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Say if I listen for an event:

Subject.NewEvent += delegate(object sender, NewEventArgs e)
{
    //some code
});

Now how do I un-register this event? Or just allow the memory to leak?

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marked as duplicate by John Saunders, rene, zmo, Blackhole, Mark Rotteveel May 9 at 11:08

This question has been asked before and already has an answer. If those answers do not fully address your question, please ask a new question.

    
see here stackoverflow.com/questions/183367/… –  Mikhail Jul 30 '11 at 20:13

7 Answers 7

up vote 18 down vote accepted

If you need to unregister an event, I recommend avoiding anonymous delegates for the event handler.

This is one case where assigning this to a local method is better - you can unsubscribe from the event cleanly.

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I thought so. But, had a doubt. Thanks. –  P.K Aug 28 '09 at 16:41
6  
I disagree - if you need to create a closure then you are going to have to use an anonymous method. –  apiguy Aug 28 '09 at 19:20
3  
@free-dom: There are always options to avoid making closures (worst case, you could do what the compiler does for you). Most of the time, event handlers where you plan to unsubscribe the event are not, IMO, good candidates for events where you want closures. You should be using easily trackable, class level state information instead of having the compiler create the closures for you. Closures in this case tend to lead to strange, difficult to track issues over time, and are not as maintainable. –  Reed Copsey Aug 28 '09 at 20:13
8  
I couldn't disagree with that more. Closures allow you to much more cleanly and succinctly pass in state. Creating little classes and setting state on them is gross and hacky and thus difficult to maintain. –  user24359 May 28 '10 at 6:34
    
Regarding the debate on closures vs methods, I prefer closures by far. The main reason is that I don't want to add fields to a class unless necessary (read: two methods or more need to share variables). Using an additional type to hold the captured values is better, but since that's exactly what the compiler does for me with a closure, I'd rather use the closure. –  Joh Aug 24 '10 at 11:29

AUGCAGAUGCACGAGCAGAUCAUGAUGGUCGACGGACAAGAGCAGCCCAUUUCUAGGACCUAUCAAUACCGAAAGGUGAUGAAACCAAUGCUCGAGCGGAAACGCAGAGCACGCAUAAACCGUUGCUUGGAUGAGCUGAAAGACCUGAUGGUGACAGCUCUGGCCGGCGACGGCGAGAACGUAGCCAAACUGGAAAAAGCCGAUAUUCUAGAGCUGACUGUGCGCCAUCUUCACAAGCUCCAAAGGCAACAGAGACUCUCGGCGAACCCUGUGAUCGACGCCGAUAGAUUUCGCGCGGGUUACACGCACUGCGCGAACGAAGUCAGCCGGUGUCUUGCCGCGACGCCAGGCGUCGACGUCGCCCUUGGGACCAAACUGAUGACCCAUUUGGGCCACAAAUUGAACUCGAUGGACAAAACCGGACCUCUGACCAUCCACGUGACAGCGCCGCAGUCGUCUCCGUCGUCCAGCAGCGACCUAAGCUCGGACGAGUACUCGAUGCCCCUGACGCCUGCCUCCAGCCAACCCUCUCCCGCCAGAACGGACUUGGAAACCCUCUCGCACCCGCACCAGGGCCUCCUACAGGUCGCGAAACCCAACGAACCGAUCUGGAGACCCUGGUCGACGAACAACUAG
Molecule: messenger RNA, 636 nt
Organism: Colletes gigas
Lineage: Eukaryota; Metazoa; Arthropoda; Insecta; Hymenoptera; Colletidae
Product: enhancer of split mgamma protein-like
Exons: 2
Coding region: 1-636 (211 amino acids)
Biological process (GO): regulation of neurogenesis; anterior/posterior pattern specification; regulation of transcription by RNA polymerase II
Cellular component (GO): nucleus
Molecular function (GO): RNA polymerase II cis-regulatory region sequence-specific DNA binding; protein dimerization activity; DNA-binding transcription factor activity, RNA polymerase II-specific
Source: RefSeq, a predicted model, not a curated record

Give your instance of the anonymous delegate a name:

EventHandler<NewEventArg> handler = delegate(object sender, NewEventArgs e)
{
    //some code
};

Subject.NewEvent += handler;
Subject.NewEvent -= handler;
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4  
Why is this better than just making it a non-anonymous method? This is much, much less obvious. –  Reed Copsey Aug 28 '09 at 16:42
    
@dtb Don't you think this is very different from what I am asking? –  P.K Aug 28 '09 at 16:43
2  
@PK: I think this is the closest you can get. You cannot unregister something that you cannot refer to. –  dtb Aug 28 '09 at 16:44
7  
@Reed: Anonymous delegates have the added benefit of creating a closure, which you cannot do with a non-anonymous method. If the OP wants to be able to include an in-scope value that can't be passed into the eventargs then this is the best method. –  apiguy Aug 28 '09 at 16:52
1  
This might mean you'd need to create the delegate as a private member, if you're doing the unsubscribe in a different part of the class, so not much of a gain over using a method –  Chris S May 26 '10 at 18:51

To remove the handler on first invocation:

//SubjectType Subject = ..... already defined if using (2)

EventHandler handler = null;
handler = delegate(object sender, EventArgs e)
{
    // (1)
    (sender as SubjectType).NewEvent -= handler;
    // or
    // (2) Subject.NewEvent -= handler;

    // do stuff here
};

Subject.NewEvent += handler;
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Using this kind of code, Resharper complains about accessing a modified closure... is this approach reliable? I mean, are we sure that the 'foo' variable inside the body of the anonymous method, really references the anonymous method itself? –  BladeWise Jul 28 '10 at 15:45